Prevalence and prognostic significance of fragmented QRS complex in middle-aged subjects with and without clinical or electrocardiographic evidence of cardiac disease

Am J Cardiol. 2014 Jul 1;114(1):141-7. doi: 10.1016/j.amjcard.2014.03.066. Epub 2014 Apr 18.


We wanted to evaluate the prevalence and prognostic value of the fragmented QRS (fQRS) complex, defined as changes in QRS morphology with various RSR'-patterns in 12-lead electrocardiogram (ECG) in a middle-aged general population. We evaluated the 12-lead ECGs of 10,904 Finnish middle-aged subjects (52% men, mean age 44 ± 8.5 years) with (n = 2,543) and without (n = 8,361) an evidence of cardiac disease drawn from general population and followed them for 30 ± 11 years. Fragmentation of the QRS complex was defined as various RSR'-patterns in at least 2 consecutive leads within the same territory (inferior II, III, aVF; lateral I, aVL, V4 to V6; anterior V1 to V3). Primary end points were death from any cause, cardiac, and arrhythmic deaths. In the total population, fQRS was present in 19.7% (n = 2,147) of subjects, including 15.7% (n = 1714) in inferior leads, 0.8% (n = 84) in lateral leads, and 2.9% (n = 314) in anterior leads. Fragmentation was not associated with increased mortality in subjects without a known cardiac disease. However, fQRS observed in lateral leads in subjects with an evidence of cardiac disease was associated with an increased risk of all-cause (p = 0.001), cardiac (p = 0.001), and arrhythmic (p = 0.004) mortalities. In conclusion, fQRS reflecting minor intraventricular conduction defect is a common finding, especially in the inferior leads, but it is not a sign of increased risk of mortality in subjects without a known cardiac disease. Lateral fQRS, which is less commonly observed in the ECG, is associated with a worse outcome in patients with a known cardiac disease.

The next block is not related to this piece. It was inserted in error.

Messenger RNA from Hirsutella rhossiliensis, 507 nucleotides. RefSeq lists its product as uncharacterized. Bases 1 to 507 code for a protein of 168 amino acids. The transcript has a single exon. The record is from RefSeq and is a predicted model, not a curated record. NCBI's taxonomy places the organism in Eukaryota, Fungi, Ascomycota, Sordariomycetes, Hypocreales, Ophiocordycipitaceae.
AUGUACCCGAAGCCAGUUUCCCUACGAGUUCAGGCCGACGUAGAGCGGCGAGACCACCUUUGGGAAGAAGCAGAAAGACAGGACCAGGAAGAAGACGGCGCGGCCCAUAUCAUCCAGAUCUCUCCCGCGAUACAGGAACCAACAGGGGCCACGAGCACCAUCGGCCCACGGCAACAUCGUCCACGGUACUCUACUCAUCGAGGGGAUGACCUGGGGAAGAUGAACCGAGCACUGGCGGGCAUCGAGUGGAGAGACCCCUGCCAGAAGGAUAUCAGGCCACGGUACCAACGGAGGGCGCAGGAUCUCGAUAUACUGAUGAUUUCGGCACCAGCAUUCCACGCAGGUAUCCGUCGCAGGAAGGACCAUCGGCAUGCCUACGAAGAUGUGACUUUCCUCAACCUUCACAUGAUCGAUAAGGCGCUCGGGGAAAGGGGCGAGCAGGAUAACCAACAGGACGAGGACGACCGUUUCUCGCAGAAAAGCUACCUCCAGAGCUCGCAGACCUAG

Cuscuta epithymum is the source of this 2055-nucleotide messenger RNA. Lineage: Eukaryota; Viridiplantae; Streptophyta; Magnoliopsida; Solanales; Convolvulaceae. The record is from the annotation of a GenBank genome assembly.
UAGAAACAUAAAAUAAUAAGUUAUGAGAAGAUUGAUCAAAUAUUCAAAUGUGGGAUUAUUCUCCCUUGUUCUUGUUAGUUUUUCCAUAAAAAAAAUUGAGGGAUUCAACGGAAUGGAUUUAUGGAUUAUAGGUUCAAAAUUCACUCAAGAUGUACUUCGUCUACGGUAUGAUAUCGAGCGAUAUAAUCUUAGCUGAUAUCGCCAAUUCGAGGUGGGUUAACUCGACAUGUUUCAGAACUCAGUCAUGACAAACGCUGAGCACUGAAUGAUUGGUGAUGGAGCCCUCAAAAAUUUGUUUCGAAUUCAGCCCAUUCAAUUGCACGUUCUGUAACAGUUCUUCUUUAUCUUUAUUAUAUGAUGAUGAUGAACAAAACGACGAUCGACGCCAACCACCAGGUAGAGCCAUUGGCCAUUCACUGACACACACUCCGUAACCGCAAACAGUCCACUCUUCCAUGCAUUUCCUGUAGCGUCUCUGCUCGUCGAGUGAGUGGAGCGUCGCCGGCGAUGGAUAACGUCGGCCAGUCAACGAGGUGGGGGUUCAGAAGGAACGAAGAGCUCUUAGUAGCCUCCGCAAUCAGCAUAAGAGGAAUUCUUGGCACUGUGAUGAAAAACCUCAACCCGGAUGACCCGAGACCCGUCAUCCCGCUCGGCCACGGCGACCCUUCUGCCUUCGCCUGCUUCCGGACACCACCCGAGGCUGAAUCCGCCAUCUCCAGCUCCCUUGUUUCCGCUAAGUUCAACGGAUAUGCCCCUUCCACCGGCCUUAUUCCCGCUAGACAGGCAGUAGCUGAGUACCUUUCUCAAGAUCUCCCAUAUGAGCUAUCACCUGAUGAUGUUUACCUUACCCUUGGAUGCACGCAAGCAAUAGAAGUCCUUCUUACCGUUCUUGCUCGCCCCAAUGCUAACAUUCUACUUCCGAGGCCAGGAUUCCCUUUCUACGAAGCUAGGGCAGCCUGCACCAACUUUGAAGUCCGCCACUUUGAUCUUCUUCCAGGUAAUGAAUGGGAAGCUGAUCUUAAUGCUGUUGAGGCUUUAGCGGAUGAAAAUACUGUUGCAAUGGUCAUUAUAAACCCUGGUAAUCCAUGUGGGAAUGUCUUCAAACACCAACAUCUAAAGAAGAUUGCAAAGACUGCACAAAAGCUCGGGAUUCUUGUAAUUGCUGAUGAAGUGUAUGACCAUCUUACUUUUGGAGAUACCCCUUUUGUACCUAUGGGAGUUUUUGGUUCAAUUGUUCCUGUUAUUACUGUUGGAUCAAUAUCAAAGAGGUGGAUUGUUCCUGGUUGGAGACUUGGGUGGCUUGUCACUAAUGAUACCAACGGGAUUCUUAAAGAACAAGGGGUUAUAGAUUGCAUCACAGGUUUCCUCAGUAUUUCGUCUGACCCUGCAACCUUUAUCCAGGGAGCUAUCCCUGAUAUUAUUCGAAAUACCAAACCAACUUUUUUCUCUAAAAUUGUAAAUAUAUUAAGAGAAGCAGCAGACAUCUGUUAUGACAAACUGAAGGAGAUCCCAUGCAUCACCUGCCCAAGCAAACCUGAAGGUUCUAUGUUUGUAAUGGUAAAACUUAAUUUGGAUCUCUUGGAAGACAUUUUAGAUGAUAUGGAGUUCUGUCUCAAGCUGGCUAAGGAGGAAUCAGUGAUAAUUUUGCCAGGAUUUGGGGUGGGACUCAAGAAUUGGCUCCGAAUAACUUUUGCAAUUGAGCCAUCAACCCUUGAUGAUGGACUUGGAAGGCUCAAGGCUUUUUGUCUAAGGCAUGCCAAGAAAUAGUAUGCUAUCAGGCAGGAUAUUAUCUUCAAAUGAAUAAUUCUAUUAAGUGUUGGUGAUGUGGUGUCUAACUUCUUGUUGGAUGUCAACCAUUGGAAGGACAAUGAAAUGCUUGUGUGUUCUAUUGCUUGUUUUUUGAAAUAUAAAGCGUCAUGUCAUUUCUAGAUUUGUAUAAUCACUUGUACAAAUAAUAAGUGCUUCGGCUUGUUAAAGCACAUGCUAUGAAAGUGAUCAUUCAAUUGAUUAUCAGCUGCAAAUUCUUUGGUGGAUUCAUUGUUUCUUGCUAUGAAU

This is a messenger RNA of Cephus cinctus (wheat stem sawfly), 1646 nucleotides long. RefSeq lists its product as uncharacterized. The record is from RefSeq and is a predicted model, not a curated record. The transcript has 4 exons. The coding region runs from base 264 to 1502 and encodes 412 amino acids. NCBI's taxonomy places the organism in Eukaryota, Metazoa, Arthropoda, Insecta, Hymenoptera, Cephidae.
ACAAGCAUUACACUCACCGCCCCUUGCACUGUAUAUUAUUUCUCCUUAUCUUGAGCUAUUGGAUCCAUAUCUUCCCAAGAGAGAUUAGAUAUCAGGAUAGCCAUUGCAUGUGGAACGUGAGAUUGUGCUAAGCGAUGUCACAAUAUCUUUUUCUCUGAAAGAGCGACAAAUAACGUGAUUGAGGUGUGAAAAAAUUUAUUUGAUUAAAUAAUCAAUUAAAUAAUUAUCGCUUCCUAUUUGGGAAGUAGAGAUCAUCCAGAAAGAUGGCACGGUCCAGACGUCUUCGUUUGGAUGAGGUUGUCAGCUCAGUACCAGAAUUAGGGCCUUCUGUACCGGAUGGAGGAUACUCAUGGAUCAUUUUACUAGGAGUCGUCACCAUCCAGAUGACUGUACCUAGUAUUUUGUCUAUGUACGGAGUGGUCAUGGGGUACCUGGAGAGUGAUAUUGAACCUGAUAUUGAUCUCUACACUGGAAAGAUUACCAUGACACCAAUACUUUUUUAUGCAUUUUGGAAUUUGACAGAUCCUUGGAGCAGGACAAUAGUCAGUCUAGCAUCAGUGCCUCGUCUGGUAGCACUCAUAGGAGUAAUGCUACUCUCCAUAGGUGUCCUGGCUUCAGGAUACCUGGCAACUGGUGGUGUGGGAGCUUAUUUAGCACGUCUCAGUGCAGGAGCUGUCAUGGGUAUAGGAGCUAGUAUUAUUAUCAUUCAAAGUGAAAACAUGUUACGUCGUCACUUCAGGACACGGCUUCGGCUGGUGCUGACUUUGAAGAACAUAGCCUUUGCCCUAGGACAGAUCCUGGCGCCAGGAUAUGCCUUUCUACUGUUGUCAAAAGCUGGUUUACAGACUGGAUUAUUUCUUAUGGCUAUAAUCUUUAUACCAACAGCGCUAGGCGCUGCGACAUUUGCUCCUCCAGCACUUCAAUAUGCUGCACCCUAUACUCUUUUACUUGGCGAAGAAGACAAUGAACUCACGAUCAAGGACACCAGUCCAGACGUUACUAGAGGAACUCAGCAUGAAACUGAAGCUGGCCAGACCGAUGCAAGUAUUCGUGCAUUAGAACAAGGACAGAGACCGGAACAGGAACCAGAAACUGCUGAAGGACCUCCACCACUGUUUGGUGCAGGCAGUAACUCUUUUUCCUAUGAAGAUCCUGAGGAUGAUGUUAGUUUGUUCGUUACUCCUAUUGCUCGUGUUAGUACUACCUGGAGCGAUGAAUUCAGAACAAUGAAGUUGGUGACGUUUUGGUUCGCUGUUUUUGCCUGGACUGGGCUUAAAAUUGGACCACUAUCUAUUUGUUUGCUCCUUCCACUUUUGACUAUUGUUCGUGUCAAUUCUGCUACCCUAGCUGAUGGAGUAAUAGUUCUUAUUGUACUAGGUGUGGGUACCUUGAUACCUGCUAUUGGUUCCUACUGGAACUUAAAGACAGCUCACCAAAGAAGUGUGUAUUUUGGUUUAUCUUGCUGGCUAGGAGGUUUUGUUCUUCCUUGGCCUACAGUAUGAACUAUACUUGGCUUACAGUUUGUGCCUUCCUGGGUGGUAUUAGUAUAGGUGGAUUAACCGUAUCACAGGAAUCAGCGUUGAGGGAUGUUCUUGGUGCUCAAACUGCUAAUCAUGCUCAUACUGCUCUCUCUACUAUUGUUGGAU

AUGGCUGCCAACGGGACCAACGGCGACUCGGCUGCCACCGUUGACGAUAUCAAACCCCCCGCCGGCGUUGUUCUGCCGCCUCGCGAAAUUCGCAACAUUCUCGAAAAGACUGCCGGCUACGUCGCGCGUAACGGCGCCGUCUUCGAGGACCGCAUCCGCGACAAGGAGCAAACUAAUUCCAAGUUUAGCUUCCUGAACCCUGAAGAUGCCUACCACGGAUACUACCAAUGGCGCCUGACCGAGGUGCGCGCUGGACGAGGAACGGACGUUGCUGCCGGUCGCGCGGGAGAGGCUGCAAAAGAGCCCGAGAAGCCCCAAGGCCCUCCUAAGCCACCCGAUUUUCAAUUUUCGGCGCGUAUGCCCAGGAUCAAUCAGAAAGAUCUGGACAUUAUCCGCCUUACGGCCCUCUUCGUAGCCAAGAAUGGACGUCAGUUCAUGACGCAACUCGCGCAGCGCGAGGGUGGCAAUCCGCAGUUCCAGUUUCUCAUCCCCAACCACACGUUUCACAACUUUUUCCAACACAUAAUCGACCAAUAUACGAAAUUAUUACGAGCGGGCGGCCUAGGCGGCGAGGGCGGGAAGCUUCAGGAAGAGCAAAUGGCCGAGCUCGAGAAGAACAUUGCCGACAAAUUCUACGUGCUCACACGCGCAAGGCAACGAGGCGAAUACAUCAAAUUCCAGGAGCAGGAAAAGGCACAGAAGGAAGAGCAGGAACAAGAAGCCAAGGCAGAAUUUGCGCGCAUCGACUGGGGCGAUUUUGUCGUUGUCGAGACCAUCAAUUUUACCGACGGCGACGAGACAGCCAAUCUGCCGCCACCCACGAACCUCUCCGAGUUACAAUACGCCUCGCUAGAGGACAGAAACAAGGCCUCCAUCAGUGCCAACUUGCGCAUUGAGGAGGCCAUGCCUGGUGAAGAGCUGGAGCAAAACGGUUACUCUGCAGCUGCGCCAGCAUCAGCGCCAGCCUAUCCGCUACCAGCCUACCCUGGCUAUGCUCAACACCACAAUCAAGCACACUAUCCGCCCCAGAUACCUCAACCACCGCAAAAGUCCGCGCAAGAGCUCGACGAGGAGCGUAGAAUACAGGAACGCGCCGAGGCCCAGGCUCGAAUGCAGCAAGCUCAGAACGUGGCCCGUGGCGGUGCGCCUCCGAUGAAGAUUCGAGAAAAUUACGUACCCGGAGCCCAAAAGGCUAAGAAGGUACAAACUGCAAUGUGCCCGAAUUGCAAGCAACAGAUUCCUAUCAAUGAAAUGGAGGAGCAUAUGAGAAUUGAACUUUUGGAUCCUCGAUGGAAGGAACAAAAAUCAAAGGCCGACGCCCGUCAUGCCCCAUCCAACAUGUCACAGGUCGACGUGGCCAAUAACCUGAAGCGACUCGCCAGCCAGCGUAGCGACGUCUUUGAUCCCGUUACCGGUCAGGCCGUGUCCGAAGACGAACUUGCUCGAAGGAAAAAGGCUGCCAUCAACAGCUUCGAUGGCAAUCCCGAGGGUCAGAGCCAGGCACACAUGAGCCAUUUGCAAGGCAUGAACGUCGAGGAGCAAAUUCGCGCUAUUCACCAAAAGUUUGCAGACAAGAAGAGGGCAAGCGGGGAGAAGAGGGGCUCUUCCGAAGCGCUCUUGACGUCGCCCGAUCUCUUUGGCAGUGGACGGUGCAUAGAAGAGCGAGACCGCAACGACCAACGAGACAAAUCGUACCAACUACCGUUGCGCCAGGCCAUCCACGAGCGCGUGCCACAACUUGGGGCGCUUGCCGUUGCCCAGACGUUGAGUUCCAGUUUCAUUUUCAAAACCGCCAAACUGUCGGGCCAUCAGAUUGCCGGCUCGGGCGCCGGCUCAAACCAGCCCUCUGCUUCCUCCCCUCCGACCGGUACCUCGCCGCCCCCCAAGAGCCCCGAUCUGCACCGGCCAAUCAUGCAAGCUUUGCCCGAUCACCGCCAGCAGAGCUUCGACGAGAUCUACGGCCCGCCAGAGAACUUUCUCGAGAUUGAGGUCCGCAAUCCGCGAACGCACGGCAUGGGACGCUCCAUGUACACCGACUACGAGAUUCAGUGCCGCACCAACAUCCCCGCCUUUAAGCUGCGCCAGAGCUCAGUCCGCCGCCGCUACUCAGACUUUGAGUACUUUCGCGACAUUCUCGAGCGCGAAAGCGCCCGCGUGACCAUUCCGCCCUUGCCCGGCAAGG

Publication types

  • Research Support, Non-U.S. Gov't

MeSH terms

  • Adult
  • Electrocardiography
  • Female
  • Finland / epidemiology
  • Heart Conduction System / physiopathology*
  • Heart Diseases / diagnosis*
  • Heart Diseases / epidemiology
  • Heart Diseases / physiopathology*
  • Humans
  • Male
  • Middle Aged
  • Prevalence
  • Prognosis